Trademark Review (July 2014)


Past Disparagement Results in Present Cancellation: REDSKINS Marks Cancelled by TTAB

The Trademark Trial and Appeal Board (“TTAB”) cancelled six registrations for marks consisting in whole or in part of the term REDSKINS for use in connection with a professional football team, because the marks were found to be disparaging to Native Americans at the time they were registered (between 1967 and 1990). 

The Board found that when used in connection with football services, REDSKINS retains the meaning of “Native American.” Videos of football games, newspapers, and press guides created between 1967 and 1990 established that the respondent “made continuous efforts to associate its football services with Native American imagery.” 

The Board also found that dictionary definitions of “redskin” published prior 1967 and during the relevant time period established that there was “a clear trend” to label the term “redskin” as offensive and that by 1986, the dictionaries unanimously labeled the term as offensive.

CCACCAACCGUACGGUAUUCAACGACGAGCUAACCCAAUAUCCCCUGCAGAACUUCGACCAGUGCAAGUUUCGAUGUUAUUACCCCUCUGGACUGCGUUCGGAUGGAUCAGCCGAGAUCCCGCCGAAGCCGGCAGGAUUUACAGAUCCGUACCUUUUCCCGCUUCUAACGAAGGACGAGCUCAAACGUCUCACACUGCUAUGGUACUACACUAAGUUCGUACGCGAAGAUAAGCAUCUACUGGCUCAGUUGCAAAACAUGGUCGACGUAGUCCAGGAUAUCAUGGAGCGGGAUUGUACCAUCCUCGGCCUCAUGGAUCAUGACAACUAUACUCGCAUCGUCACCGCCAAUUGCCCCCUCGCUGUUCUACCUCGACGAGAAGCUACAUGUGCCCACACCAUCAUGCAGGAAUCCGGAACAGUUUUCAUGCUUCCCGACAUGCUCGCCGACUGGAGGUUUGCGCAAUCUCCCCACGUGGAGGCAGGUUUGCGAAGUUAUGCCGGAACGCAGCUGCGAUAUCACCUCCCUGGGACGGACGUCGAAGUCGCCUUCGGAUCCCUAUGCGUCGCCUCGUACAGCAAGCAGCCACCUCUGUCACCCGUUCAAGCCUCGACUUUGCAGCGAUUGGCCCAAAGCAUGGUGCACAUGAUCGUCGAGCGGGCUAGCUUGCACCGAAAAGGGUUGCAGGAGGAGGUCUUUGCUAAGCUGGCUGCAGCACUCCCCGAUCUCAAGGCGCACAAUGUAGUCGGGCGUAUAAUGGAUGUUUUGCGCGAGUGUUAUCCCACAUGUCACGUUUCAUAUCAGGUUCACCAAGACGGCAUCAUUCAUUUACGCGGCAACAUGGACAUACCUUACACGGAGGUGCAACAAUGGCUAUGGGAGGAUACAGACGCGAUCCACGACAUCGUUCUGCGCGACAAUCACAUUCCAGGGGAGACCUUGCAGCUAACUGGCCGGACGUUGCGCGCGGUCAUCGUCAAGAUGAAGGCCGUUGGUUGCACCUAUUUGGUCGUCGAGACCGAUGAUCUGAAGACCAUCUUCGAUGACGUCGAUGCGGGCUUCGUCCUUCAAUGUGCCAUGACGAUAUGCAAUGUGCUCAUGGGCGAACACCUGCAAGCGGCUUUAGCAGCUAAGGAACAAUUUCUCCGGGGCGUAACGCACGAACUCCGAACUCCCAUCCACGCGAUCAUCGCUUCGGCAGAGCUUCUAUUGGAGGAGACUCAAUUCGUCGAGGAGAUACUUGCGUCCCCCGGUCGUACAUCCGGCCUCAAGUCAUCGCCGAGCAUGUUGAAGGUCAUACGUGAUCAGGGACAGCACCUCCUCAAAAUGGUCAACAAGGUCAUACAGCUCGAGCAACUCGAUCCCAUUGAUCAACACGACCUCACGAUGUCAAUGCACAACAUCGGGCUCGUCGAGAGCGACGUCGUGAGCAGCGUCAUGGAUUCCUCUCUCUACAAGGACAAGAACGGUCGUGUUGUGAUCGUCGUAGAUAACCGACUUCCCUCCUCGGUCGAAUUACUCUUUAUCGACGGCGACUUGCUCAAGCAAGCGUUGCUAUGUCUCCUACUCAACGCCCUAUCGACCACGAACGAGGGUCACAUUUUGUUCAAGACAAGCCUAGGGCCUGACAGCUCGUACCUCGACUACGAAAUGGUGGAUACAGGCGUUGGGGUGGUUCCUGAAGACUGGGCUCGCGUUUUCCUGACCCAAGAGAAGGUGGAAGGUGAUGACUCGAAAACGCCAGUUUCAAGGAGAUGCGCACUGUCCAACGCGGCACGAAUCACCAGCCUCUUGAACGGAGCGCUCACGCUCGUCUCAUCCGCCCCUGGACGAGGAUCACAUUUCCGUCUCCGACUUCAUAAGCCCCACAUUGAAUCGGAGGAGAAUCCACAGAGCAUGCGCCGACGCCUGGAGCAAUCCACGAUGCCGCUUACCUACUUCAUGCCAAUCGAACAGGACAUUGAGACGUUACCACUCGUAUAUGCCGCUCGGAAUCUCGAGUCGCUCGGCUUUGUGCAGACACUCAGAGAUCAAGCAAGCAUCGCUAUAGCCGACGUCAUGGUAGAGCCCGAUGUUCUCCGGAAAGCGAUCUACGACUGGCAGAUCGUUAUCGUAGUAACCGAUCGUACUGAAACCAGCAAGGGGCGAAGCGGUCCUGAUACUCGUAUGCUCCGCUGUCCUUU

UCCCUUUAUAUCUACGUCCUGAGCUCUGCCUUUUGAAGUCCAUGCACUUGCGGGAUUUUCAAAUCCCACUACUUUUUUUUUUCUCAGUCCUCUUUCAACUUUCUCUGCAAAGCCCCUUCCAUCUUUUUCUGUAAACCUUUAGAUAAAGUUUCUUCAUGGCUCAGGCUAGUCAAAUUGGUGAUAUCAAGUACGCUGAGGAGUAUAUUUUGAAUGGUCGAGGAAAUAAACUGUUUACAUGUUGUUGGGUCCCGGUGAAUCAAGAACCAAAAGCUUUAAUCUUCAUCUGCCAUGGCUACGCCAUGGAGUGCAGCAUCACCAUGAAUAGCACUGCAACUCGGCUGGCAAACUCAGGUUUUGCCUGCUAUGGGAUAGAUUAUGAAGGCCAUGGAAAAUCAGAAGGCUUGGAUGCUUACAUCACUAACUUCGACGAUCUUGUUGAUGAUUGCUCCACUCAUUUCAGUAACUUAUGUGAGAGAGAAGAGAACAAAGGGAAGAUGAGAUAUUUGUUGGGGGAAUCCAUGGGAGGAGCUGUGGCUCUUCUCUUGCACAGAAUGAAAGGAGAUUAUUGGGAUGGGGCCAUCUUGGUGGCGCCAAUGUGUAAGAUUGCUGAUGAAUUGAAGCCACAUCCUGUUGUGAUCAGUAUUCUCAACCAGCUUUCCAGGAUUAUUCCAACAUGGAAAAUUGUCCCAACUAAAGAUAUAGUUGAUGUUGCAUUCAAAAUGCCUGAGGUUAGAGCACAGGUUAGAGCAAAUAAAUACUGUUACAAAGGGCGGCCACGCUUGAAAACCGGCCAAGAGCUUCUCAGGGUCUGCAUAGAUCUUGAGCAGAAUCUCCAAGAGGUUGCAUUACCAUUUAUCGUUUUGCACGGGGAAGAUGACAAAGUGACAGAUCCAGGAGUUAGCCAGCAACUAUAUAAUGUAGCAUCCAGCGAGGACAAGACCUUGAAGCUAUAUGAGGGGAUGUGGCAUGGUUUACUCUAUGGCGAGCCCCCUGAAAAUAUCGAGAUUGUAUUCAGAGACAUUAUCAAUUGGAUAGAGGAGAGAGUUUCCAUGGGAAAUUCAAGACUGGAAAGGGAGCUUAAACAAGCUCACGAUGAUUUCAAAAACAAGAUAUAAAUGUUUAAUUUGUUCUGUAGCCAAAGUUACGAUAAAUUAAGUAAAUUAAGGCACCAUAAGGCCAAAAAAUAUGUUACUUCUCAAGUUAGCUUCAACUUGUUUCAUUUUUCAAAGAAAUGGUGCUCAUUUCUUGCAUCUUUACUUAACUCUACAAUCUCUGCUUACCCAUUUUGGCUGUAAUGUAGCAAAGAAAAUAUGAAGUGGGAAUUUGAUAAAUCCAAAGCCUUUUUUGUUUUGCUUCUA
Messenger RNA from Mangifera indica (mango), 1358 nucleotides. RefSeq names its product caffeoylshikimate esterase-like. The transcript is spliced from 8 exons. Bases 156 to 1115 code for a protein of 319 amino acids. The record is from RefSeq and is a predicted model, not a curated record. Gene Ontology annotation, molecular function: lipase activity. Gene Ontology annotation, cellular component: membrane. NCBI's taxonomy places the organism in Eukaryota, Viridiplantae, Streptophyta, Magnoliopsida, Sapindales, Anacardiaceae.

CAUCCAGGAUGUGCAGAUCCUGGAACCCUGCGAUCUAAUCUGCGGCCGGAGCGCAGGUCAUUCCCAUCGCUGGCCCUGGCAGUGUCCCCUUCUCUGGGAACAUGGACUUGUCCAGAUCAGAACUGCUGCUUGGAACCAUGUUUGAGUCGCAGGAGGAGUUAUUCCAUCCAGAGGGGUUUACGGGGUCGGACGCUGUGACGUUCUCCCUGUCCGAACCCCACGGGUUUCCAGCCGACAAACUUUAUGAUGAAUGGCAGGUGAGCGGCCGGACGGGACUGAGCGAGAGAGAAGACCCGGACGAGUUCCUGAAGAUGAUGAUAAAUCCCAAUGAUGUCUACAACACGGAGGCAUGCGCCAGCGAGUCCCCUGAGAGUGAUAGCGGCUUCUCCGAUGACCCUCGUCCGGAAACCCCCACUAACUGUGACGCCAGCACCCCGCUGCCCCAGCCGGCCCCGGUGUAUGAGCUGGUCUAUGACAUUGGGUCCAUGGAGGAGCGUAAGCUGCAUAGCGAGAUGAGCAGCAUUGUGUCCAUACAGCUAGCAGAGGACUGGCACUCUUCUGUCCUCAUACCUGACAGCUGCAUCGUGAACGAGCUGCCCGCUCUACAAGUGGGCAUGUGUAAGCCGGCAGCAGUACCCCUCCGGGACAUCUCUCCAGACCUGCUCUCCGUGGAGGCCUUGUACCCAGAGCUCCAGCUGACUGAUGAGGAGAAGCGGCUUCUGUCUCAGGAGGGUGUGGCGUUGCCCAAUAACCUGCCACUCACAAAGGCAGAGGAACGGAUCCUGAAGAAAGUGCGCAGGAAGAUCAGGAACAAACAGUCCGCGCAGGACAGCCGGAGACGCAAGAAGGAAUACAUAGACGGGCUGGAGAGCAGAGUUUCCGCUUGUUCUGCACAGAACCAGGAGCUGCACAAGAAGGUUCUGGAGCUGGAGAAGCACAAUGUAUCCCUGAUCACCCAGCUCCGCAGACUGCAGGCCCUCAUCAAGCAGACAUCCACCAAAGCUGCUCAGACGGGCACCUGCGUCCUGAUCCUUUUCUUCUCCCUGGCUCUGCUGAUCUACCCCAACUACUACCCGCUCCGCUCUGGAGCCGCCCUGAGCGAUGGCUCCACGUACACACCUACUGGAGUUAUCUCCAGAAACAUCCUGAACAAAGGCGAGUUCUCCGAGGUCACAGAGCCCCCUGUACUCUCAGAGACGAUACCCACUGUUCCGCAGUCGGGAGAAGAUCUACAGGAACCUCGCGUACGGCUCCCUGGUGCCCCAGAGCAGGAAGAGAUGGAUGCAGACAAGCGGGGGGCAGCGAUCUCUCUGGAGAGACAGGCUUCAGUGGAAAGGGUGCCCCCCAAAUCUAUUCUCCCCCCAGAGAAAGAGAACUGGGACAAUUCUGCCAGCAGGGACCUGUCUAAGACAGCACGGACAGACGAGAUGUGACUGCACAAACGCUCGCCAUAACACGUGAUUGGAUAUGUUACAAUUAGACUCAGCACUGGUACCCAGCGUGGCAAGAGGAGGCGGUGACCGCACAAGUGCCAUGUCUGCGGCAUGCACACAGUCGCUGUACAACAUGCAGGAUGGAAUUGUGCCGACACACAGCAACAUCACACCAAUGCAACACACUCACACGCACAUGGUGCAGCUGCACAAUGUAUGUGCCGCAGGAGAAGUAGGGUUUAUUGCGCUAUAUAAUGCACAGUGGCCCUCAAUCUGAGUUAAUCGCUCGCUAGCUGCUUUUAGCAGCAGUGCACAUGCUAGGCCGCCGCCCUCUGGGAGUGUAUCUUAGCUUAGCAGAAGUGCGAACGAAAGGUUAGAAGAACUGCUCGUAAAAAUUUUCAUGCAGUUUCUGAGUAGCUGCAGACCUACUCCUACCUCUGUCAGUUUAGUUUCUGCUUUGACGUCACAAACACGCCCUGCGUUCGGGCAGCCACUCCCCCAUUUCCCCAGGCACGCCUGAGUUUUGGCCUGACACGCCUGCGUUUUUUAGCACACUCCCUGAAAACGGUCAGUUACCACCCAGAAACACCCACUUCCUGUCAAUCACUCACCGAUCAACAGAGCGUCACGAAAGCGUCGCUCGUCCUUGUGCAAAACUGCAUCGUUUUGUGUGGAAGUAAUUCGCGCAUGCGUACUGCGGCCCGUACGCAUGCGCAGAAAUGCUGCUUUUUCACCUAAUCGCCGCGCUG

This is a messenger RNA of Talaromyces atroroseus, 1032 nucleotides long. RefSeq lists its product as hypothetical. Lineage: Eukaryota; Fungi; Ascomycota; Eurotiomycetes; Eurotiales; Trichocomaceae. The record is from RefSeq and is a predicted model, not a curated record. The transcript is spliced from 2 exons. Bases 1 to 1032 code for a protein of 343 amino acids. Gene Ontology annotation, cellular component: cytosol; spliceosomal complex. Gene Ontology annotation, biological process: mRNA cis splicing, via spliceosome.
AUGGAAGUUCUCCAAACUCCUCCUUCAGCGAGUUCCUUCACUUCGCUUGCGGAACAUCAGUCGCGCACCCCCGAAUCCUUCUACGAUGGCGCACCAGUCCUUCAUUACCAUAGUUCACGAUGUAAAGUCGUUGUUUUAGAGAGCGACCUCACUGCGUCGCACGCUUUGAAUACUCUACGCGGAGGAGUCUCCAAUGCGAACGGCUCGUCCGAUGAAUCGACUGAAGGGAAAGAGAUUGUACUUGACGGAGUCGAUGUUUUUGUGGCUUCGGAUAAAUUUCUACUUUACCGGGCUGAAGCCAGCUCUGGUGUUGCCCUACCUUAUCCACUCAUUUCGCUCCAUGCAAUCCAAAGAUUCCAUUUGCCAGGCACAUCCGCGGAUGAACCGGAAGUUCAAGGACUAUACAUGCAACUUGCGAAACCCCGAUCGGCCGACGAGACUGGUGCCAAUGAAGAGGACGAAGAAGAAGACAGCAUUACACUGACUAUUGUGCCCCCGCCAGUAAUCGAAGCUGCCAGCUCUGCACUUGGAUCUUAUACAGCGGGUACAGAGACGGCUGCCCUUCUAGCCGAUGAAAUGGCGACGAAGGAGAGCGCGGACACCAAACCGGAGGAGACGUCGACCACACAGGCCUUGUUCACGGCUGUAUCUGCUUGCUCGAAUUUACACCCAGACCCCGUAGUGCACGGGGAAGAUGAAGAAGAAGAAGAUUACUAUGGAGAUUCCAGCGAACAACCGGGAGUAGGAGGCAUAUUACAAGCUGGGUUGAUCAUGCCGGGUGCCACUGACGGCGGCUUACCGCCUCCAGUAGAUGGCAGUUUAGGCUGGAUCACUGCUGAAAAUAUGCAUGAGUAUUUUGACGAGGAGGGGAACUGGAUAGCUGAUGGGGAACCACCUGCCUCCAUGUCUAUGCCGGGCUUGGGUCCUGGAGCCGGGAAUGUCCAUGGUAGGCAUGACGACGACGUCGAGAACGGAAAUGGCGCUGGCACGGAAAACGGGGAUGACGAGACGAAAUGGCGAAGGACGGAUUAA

The Board then considered statements and resolutions from members of the National Congress of American Indians (“NCAI”) which represented approximately thirty percent of Native Americans during the relevant time period. When considering whether a term is disparaging, a “substantial composite” of the referenced group is required, not a majority.  In 1993, the NCAI passed a resolution voicing its continuous opposition to the registration of the REDSKINS marks. Even though the resolution was passed after 1990, the Board found that it was a group statement about views held during the relevant time period. Further, the NCAI had protested each registration of the mark from 1967 to 1990. Because the petitioners’ evidence demonstrated that the NCAI represented at least thirty percent of Native Americans during the relevant time period, the Board agreed that a substantial composite of Native Americans find the mark disparaging.